These are the muscles that don’t get used in walking or holding the animal’s weight, so the meat is tender. When looking for a loin cut with intense flavor, you should choose the beef with some fat marbling as this bastes the meat when it cooks.
All beef and lamb carrying this symbol has been through a strict selection process and is of a higher standard than required by law. Generally, roast beef is cooked uncovered in an oven at a high temperature to caramelize the outside.
Roast beef is a Sunday lunch staple, but it can be relatively high in saturated fat. According to the British Heart Foundation, good meat alternatives to beef are chicken or turkey.
22g PROTEIN 150 CALORIES Grill Roast /Bake Broil Smoke Sous Vide Rib eye Roast Savory and fine-textured with generous marbling.
Top Round Roast A lean roast that should be slow-cooked to improve its tenderness and then sliced thinly across the grain. Sirloin Tip Roast This boneless, lean cut is great value.
Eye of Round Roast A lean, flavorful cut often used for roast beef at the deli. Bottom Round Roast Great value and very lean.
One of the prime roasting cuts because the main lean muscle is nicely marbled and the whole joint is covered with a natural layer of fat. Sirloin carries less fat than the rib and is very tender, so it is one of the more expensive cuts.
Beef sirloin with oyster mushrooms, Borderline sauce and whipped potatoes Topside, silver side and top rump These three prime cuts are all fantastic for roasting, as they are very tender and can be carved into large lean slices.
This means that thin sheets of fat, usually taken from the flank of the same animal, are wrapped around the outside of the rolled muscle then tied in place with string to produce a neat, cylindrical joint. Beef fillet with sherry vinegar and shallot just Let the meat come to room temperature before you cook it.
And the last word from us, take a look at our Sunday lunch menus, which include a traditional roast beef option as a main course, with a sweet potato soup as a starter, and bread and butter pudding for afters. Plonk a leg of pork in front of him, and while he won’t be able to tell you the animal’s age or star sign, he will at least be able to state its sex.
“You can roast so many bits of a cow,” notes Richard Turner, executive chef at the Hawks moor steak restaurants. Classic cuts, however, include silver side (no 1 in the illustration below), topside (2), rump (3), sirloin (4), fillet (5) and fore rib (6).
I wouldn’t buy crossbreeds myself, because they grow too quickly, and flavor takes time. Shoulder (1) is a good choice for lamb too, alongside rack (2) (a row of separated chops, basically), chump (3) and, of course, leg (4).
It’s so easy and there’s no precise timing like there is with a rack of lamb, where it has to be all nice and pink.” Illustration: Suzanne Lemon/The Guardian Again the advice is to avoid supermarkets, where almost all pork comes from bland-tasting hybrids known simply as “commercial pigs”.
Chefs and butchers all agree that happy, healthy pigs make for tastier meat. This is particular true of the hours and minutes just before slaughter, where stress can spoil the flavor and texture of the meat.“Old breeds and higher welfare standards tend to go hand in hand,” says Abroad.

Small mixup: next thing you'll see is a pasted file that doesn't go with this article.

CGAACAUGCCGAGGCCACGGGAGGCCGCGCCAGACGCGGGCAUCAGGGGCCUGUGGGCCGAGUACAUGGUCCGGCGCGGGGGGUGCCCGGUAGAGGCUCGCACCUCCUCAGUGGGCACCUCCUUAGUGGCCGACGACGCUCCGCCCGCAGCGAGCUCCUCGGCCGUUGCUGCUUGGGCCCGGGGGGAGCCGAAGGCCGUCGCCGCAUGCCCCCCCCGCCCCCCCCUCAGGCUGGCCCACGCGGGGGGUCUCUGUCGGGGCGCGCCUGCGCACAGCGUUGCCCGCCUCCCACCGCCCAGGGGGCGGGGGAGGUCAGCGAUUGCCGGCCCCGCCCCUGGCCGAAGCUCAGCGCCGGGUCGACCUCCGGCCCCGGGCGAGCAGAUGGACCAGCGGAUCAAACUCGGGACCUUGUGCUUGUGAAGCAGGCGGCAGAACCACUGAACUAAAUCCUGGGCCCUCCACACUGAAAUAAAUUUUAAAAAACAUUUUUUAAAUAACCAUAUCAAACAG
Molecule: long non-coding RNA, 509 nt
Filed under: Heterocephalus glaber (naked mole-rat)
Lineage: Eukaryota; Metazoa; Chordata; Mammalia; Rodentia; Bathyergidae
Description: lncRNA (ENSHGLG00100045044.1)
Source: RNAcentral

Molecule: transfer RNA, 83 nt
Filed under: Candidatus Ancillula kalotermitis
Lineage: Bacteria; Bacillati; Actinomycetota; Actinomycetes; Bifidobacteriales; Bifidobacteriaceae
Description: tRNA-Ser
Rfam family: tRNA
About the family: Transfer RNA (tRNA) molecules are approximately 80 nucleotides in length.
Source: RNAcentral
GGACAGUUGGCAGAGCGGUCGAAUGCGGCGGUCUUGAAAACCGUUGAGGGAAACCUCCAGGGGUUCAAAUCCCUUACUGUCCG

“There’s just no point having a rare breed and putting it in indoor intensive farming. Fat is essential to a good pork roast, he adds, basting the meat as it cooks and improving the flavor.
“A farm shop is almost always the best place,” says Mark Diamond, author of River Cottage’s Chicken & Eggs handbook. Organic, meanwhile, ensures all the benefits of a free-range system with the added reassurance of knowing there are no unnecessary medical interventions and no GM feed.
The bird should be labelled as free-range, organic or ASPCA Freedom Food, ignore bucolic-sounding phrases such as ‘farm fresh’ as they mean nothing. This article contains affiliate links, which means we may earn a small commission if a reader clicks through and makes a purchase.
The Best Cuts of Meat Every Home Cook Should Know Skip to main content Arena P Habit/Shutterstock Anything labeled “chuck” comes from the cow’s shoulder area. Like a chuck roast, short ribs require slow cooking or braising to bring out their tenderness.
Neil Lankan/Shutterstock Flat iron steak is an extremely tender, grill-ready cut. It’s more marbled with fat than a chuck roast or short ribs, and doesn’t require slow cooking.
In fact, a flat iron steak is best when grilled quickly over high heat. It’s a flavorful cut that’s great with a smoky dry rub or tangy sauce.
You could also use the eye of round roast, which is sometimes called the “poor man’s prime rib.” Shtukicrew/Shutterstock This bone-in steak is beautifully marbleized, making it extremely rich and juicy.
It’s a hearty fill-the-plate cut that’s great with a baked potato or corn on the cob. A New York strip steak is a good choice because it has a similar level of marbling.
You can cook this tasty cut in a cast iron skillet, on the grill or under the broiler. Tenderloin Roast is similarly tender and carves up beautifully for dinner.
A sirloin butt roast also works, and pork tenderloin is a good option if you’re not sold on beef for dinner. Manage/Shutterstock Flank steak is lean and boneless with lots of beef flavor.
Tacar/Shutterstock Most round cuts will be quite lean and roast beautifully, while tending to be budget-friendly. That makes it perfect for a weeknight pot roast or classic roast beef.
If you can’t find either, chuck roast makes a great swap, although it contains more fat. If you prefer a leaner swap, look to top sirloin roast or shoulder clod.
For braised and smoked recipes, chuck roast is a good swap. EsHanPhot/Shutterstock Skirt steak is a wonderful, flavorful cut that works well when marinated and seared over high heat.